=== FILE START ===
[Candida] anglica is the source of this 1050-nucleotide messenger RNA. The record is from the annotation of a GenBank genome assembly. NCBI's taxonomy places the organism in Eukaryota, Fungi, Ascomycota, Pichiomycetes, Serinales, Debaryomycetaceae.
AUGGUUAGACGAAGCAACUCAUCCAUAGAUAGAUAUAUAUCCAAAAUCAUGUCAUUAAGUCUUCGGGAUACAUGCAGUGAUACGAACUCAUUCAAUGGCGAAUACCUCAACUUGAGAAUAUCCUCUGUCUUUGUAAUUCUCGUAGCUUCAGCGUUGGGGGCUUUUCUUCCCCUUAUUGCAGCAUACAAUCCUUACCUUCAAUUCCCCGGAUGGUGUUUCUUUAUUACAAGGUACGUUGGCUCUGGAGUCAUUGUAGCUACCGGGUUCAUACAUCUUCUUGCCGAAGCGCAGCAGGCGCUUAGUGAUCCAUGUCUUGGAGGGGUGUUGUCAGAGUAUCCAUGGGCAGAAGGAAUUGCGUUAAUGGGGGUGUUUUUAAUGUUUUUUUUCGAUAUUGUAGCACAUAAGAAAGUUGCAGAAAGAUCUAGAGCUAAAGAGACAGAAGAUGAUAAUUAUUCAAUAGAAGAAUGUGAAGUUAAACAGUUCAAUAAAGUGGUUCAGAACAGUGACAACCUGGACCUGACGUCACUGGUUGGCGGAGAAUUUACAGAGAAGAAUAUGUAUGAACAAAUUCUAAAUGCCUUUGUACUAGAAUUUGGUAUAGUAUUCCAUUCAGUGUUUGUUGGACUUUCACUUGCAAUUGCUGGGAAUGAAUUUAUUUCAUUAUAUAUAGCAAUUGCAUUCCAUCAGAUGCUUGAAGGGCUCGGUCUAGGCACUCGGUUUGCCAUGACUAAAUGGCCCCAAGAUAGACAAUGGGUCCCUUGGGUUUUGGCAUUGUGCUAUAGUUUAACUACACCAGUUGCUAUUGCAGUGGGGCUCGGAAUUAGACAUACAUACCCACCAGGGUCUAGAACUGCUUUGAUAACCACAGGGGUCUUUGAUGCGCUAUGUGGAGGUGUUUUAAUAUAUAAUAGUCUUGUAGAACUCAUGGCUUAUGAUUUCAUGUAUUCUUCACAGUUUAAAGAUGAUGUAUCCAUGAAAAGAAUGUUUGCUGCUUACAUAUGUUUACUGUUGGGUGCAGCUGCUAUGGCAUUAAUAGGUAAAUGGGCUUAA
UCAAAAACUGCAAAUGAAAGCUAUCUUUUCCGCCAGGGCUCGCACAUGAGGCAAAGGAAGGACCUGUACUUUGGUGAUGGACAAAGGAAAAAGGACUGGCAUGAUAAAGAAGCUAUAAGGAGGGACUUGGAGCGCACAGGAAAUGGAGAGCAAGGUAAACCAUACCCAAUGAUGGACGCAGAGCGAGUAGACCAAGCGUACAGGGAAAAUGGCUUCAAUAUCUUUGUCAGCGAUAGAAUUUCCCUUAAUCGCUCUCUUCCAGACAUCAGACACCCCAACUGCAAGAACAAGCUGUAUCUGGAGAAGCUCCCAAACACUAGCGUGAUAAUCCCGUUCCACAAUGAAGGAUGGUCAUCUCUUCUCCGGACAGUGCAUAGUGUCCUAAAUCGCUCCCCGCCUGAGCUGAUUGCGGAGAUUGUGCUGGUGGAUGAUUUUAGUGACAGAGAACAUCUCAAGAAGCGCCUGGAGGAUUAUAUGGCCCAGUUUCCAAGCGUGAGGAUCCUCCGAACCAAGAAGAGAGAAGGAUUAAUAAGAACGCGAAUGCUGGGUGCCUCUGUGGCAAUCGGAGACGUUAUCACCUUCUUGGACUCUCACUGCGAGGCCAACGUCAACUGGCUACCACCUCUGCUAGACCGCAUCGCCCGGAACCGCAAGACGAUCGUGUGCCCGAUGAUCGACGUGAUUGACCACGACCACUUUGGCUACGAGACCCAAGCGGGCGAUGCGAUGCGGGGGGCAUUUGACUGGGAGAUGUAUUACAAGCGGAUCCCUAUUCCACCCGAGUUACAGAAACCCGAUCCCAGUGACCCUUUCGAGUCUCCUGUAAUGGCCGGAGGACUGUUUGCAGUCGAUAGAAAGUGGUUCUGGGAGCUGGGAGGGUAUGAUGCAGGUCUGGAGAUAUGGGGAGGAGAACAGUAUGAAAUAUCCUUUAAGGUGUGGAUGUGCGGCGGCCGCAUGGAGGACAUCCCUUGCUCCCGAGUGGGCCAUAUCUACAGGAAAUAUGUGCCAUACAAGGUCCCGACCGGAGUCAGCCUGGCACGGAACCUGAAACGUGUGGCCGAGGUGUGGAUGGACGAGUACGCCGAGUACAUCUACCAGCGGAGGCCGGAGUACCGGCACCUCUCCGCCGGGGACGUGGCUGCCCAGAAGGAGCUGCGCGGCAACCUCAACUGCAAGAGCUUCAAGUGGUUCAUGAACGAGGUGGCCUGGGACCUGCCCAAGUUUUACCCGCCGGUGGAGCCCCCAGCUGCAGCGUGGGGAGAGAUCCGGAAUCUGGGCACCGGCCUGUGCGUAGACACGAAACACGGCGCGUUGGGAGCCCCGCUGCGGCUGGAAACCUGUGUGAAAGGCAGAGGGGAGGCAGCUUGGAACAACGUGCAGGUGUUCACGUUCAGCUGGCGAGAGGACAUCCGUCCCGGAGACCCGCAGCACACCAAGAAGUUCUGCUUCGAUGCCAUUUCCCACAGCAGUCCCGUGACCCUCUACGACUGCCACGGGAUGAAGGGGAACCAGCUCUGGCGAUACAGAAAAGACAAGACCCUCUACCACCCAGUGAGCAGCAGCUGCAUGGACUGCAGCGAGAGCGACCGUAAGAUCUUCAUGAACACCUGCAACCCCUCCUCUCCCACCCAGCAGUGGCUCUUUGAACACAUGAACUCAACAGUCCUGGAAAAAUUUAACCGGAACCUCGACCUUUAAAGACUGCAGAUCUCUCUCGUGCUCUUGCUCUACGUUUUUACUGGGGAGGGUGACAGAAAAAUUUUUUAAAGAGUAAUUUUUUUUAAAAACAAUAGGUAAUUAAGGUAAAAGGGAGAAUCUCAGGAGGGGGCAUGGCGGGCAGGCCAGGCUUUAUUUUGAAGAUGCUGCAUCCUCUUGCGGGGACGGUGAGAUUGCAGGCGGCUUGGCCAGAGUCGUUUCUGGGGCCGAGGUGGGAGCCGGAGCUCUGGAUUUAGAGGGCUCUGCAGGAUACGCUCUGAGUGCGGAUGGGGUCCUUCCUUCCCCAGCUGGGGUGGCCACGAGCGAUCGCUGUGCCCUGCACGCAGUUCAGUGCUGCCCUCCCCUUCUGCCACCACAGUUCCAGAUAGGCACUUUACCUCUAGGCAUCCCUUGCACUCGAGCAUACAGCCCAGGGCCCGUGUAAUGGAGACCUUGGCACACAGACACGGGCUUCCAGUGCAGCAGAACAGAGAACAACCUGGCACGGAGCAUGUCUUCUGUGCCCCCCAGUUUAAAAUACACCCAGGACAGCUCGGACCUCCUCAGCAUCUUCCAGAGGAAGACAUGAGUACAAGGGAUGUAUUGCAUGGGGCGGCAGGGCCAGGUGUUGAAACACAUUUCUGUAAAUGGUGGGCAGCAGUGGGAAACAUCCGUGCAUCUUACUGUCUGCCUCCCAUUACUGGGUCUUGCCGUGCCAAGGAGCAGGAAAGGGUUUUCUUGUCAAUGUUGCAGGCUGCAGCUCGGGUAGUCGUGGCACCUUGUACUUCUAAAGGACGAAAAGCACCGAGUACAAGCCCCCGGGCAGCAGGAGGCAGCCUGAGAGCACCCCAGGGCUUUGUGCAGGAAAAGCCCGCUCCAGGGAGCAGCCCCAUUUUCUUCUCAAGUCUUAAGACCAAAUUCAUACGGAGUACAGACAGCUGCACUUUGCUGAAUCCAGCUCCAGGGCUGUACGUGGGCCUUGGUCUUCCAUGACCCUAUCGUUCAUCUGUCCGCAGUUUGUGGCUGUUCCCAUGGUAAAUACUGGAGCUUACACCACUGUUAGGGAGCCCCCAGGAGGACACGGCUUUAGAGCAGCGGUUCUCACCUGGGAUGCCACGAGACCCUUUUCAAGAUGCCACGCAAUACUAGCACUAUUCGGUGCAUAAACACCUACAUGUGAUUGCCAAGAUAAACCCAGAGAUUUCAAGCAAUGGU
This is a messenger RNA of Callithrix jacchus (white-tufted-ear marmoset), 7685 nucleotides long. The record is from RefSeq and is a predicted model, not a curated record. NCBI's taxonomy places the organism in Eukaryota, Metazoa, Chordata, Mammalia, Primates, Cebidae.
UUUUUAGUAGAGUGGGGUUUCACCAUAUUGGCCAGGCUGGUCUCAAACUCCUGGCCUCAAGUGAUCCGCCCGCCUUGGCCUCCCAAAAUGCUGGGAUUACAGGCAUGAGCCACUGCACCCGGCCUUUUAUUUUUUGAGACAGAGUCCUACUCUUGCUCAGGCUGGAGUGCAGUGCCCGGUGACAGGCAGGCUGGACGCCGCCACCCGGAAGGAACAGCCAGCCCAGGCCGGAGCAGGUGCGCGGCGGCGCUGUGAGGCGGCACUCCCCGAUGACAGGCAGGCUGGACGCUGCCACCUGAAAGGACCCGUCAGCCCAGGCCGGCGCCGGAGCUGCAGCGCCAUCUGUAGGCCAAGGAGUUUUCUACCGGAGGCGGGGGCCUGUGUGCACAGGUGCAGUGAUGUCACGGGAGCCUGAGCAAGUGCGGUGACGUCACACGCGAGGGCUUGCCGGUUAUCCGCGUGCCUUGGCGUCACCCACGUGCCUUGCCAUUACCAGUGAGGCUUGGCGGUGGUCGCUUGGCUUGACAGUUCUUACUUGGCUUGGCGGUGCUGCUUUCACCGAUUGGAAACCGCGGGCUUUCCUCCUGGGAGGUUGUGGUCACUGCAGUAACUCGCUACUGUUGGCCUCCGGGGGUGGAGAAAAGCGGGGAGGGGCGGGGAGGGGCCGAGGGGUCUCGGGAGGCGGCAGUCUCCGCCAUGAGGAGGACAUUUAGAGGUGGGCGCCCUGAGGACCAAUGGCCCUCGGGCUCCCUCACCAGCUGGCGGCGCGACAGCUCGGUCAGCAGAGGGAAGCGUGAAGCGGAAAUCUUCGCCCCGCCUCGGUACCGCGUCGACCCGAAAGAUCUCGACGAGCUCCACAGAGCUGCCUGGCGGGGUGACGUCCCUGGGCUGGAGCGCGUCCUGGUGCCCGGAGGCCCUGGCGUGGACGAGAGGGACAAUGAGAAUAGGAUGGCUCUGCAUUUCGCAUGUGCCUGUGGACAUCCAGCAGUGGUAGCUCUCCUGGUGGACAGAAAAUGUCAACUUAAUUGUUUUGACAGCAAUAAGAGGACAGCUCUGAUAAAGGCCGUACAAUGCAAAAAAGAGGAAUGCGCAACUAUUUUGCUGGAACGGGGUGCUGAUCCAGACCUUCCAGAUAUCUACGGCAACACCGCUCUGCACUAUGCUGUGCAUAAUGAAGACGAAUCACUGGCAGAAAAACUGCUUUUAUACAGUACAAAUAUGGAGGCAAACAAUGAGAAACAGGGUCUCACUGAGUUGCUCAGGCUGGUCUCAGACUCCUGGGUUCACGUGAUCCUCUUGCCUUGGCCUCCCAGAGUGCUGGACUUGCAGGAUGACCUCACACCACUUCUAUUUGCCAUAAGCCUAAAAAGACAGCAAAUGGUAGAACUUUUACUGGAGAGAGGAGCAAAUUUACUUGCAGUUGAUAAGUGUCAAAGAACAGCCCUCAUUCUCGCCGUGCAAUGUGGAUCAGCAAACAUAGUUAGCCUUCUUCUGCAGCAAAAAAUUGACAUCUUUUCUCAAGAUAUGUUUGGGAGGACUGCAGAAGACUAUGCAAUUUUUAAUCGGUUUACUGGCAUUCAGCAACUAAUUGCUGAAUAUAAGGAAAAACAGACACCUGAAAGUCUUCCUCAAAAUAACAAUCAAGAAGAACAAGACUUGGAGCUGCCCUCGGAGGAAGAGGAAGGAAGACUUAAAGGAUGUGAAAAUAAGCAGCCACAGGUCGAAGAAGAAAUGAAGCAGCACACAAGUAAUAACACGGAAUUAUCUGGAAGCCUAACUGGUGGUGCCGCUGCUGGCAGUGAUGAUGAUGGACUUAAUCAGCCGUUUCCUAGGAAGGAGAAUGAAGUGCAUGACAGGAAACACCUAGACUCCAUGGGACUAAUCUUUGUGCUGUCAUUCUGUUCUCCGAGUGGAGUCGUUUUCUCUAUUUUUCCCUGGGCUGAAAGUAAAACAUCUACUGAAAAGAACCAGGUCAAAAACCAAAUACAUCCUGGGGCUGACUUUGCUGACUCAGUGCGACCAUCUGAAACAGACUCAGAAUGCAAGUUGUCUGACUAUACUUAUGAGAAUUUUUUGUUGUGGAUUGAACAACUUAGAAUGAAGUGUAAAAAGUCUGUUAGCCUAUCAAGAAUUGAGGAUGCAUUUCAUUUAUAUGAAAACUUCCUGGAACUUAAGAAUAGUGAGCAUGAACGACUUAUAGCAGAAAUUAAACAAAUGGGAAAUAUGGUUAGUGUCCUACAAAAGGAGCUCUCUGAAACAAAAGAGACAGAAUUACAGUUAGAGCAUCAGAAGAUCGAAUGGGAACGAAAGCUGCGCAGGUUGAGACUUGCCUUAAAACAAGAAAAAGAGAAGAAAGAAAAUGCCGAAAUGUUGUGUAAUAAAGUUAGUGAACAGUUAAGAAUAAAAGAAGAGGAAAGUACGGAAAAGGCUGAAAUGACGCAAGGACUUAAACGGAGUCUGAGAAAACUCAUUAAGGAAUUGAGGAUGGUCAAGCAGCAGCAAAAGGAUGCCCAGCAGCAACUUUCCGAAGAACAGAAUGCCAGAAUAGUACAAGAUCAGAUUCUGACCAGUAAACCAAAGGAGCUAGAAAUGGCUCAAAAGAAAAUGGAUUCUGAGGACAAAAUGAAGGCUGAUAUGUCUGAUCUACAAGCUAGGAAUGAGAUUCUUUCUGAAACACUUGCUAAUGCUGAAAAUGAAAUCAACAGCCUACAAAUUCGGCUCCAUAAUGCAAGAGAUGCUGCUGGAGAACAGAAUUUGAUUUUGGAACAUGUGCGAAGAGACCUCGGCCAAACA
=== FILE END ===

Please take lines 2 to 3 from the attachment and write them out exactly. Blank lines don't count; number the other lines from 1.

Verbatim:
AUGGUUAGACGAAGCAACUCAUCCAUAGAUAGAUAUAUAUCCAAAAUCAUGUCAUUAAGUCUUCGGGAUACAUGCAGUGAUACGAACUCAUUCAAUGGCGAAUACCUCAACUUGAGAAUAUCCUCUGUCUUUGUAAUUCUCGUAGCUUCAGCGUUGGGGGCUUUUCUUCCCCUUAUUGCAGCAUACAAUCCUUACCUUCAAUUCCCCGGAUGGUGUUUCUUUAUUACAAGGUACGUUGGCUCUGGAGUCAUUGUAGCUACCGGGUUCAUACAUCUUCUUGCCGAAGCGCAGCAGGCGCUUAGUGAUCCAUGUCUUGGAGGGGUGUUGUCAGAGUAUCCAUGGGCAGAAGGAAUUGCGUUAAUGGGGGUGUUUUUAAUGUUUUUUUUCGAUAUUGUAGCACAUAAGAAAGUUGCAGAAAGAUCUAGAGCUAAAGAGACAGAAGAUGAUAAUUAUUCAAUAGAAGAAUGUGAAGUUAAACAGUUCAAUAAAGUGGUUCAGAACAGUGACAACCUGGACCUGACGUCACUGGUUGGCGGAGAAUUUACAGAGAAGAAUAUGUAUGAACAAAUUCUAAAUGCCUUUGUACUAGAAUUUGGUAUAGUAUUCCAUUCAGUGUUUGUUGGACUUUCACUUGCAAUUGCUGGGAAUGAAUUUAUUUCAUUAUAUAUAGCAAUUGCAUUCCAUCAGAUGCUUGAAGGGCUCGGUCUAGGCACUCGGUUUGCCAUGACUAAAUGGCCCCAAGAUAGACAAUGGGUCCCUUGGGUUUUGGCAUUGUGCUAUAGUUUAACUACACCAGUUGCUAUUGCAGUGGGGCUCGGAAUUAGACAUACAUACCCACCAGGGUCUAGAACUGCUUUGAUAACCACAGGGGUCUUUGAUGCGCUAUGUGGAGGUGUUUUAAUAUAUAAUAGUCUUGUAGAACUCAUGGCUUAUGAUUUCAUGUAUUCUUCACAGUUUAAAGAUGAUGUAUCCAUGAAAAGAAUGUUUGCUGCUUACAUAUGUUUACUGUUGGGUGCAGCUGCUAUGGCAUUAAUAGGUAAAUGGGCUUAA
UCAAAAACUGCAAAUGAAAGCUAUCUUUUCCGCCAGGGCUCGCACAUGAGGCAAAGGAAGGACCUGUACUUUGGUGAUGGACAAAGGAAAAAGGACUGGCAUGAUAAAGAAGCUAUAAGGAGGGACUUGGAGCGCACAGGAAAUGGAGAGCAAGGUAAACCAUACCCAAUGAUGGACGCAGAGCGAGUAGACCAAGCGUACAGGGAAAAUGGCUUCAAUAUCUUUGUCAGCGAUAGAAUUUCCCUUAAUCGCUCUCUUCCAGACAUCAGACACCCCAACUGCAAGAACAAGCUGUAUCUGGAGAAGCUCCCAAACACUAGCGUGAUAAUCCCGUUCCACAAUGAAGGAUGGUCAUCUCUUCUCCGGACAGUGCAUAGUGUCCUAAAUCGCUCCCCGCCUGAGCUGAUUGCGGAGAUUGUGCUGGUGGAUGAUUUUAGUGACAGAGAACAUCUCAAGAAGCGCCUGGAGGAUUAUAUGGCCCAGUUUCCAAGCGUGAGGAUCCUCCGAACCAAGAAGAGAGAAGGAUUAAUAAGAACGCGAAUGCUGGGUGCCUCUGUGGCAAUCGGAGACGUUAUCACCUUCUUGGACUCUCACUGCGAGGCCAACGUCAACUGGCUACCACCUCUGCUAGACCGCAUCGCCCGGAACCGCAAGACGAUCGUGUGCCCGAUGAUCGACGUGAUUGACCACGACCACUUUGGCUACGAGACCCAAGCGGGCGAUGCGAUGCGGGGGGCAUUUGACUGGGAGAUGUAUUACAAGCGGAUCCCUAUUCCACCCGAGUUACAGAAACCCGAUCCCAGUGACCCUUUCGAGUCUCCUGUAAUGGCCGGAGGACUGUUUGCAGUCGAUAGAAAGUGGUUCUGGGAGCUGGGAGGGUAUGAUGCAGGUCUGGAGAUAUGGGGAGGAGAACAGUAUGAAAUAUCCUUUAAGGUGUGGAUGUGCGGCGGCCGCAUGGAGGACAUCCCUUGCUCCCGAGUGGGCCAUAUCUACAGGAAAUAUGUGCCAUACAAGGUCCCGACCGGAGUCAGCCUGGCACGGAACCUGAAACGUGUGGCCGAGGUGUGGAUGGACGAGUACGCCGAGUACAUCUACCAGCGGAGGCCGGAGUACCGGCACCUCUCCGCCGGGGACGUGGCUGCCCAGAAGGAGCUGCGCGGCAACCUCAACUGCAAGAGCUUCAAGUGGUUCAUGAACGAGGUGGCCUGGGACCUGCCCAAGUUUUACCCGCCGGUGGAGCCCCCAGCUGCAGCGUGGGGAGAGAUCCGGAAUCUGGGCACCGGCCUGUGCGUAGACACGAAACACGGCGCGUUGGGAGCCCCGCUGCGGCUGGAAACCUGUGUGAAAGGCAGAGGGGAGGCAGCUUGGAACAACGUGCAGGUGUUCACGUUCAGCUGGCGAGAGGACAUCCGUCCCGGAGACCCGCAGCACACCAAGAAGUUCUGCUUCGAUGCCAUUUCCCACAGCAGUCCCGUGACCCUCUACGACUGCCACGGGAUGAAGGGGAACCAGCUCUGGCGAUACAGAAAAGACAAGACCCUCUACCACCCAGUGAGCAGCAGCUGCAUGGACUGCAGCGAGAGCGACCGUAAGAUCUUCAUGAACACCUGCAACCCCUCCUCUCCCACCCAGCAGUGGCUCUUUGAACACAUGAACUCAACAGUCCUGGAAAAAUUUAACCGGAACCUCGACCUUUAAAGACUGCAGAUCUCUCUCGUGCUCUUGCUCUACGUUUUUACUGGGGAGGGUGACAGAAAAAUUUUUUAAAGAGUAAUUUUUUUUAAAAACAAUAGGUAAUUAAGGUAAAAGGGAGAAUCUCAGGAGGGGGCAUGGCGGGCAGGCCAGGCUUUAUUUUGAAGAUGCUGCAUCCUCUUGCGGGGACGGUGAGAUUGCAGGCGGCUUGGCCAGAGUCGUUUCUGGGGCCGAGGUGGGAGCCGGAGCUCUGGAUUUAGAGGGCUCUGCAGGAUACGCUCUGAGUGCGGAUGGGGUCCUUCCUUCCCCAGCUGGGGUGGCCACGAGCGAUCGCUGUGCCCUGCACGCAGUUCAGUGCUGCCCUCCCCUUCUGCCACCACAGUUCCAGAUAGGCACUUUACCUCUAGGCAUCCCUUGCACUCGAGCAUACAGCCCAGGGCCCGUGUAAUGGAGACCUUGGCACACAGACACGGGCUUCCAGUGCAGCAGAACAGAGAACAACCUGGCACGGAGCAUGUCUUCUGUGCCCCCCAGUUUAAAAUACACCCAGGACAGCUCGGACCUCCUCAGCAUCUUCCAGAGGAAGACAUGAGUACAAGGGAUGUAUUGCAUGGGGCGGCAGGGCCAGGUGUUGAAACACAUUUCUGUAAAUGGUGGGCAGCAGUGGGAAACAUCCGUGCAUCUUACUGUCUGCCUCCCAUUACUGGGUCUUGCCGUGCCAAGGAGCAGGAAAGGGUUUUCUUGUCAAUGUUGCAGGCUGCAGCUCGGGUAGUCGUGGCACCUUGUACUUCUAAAGGACGAAAAGCACCGAGUACAAGCCCCCGGGCAGCAGGAGGCAGCCUGAGAGCACCCCAGGGCUUUGUGCAGGAAAAGCCCGCUCCAGGGAGCAGCCCCAUUUUCUUCUCAAGUCUUAAGACCAAAUUCAUACGGAGUACAGACAGCUGCACUUUGCUGAAUCCAGCUCCAGGGCUGUACGUGGGCCUUGGUCUUCCAUGACCCUAUCGUUCAUCUGUCCGCAGUUUGUGGCUGUUCCCAUGGUAAAUACUGGAGCUUACACCACUGUUAGGGAGCCCCCAGGAGGACACGGCUUUAGAGCAGCGGUUCUCACCUGGGAUGCCACGAGACCCUUUUCAAGAUGCCACGCAAUACUAGCACUAUUCGGUGCAUAAACACCUACAUGUGAUUGCCAAGAUAAACCCAGAGAUUUCAAGCAAUGGU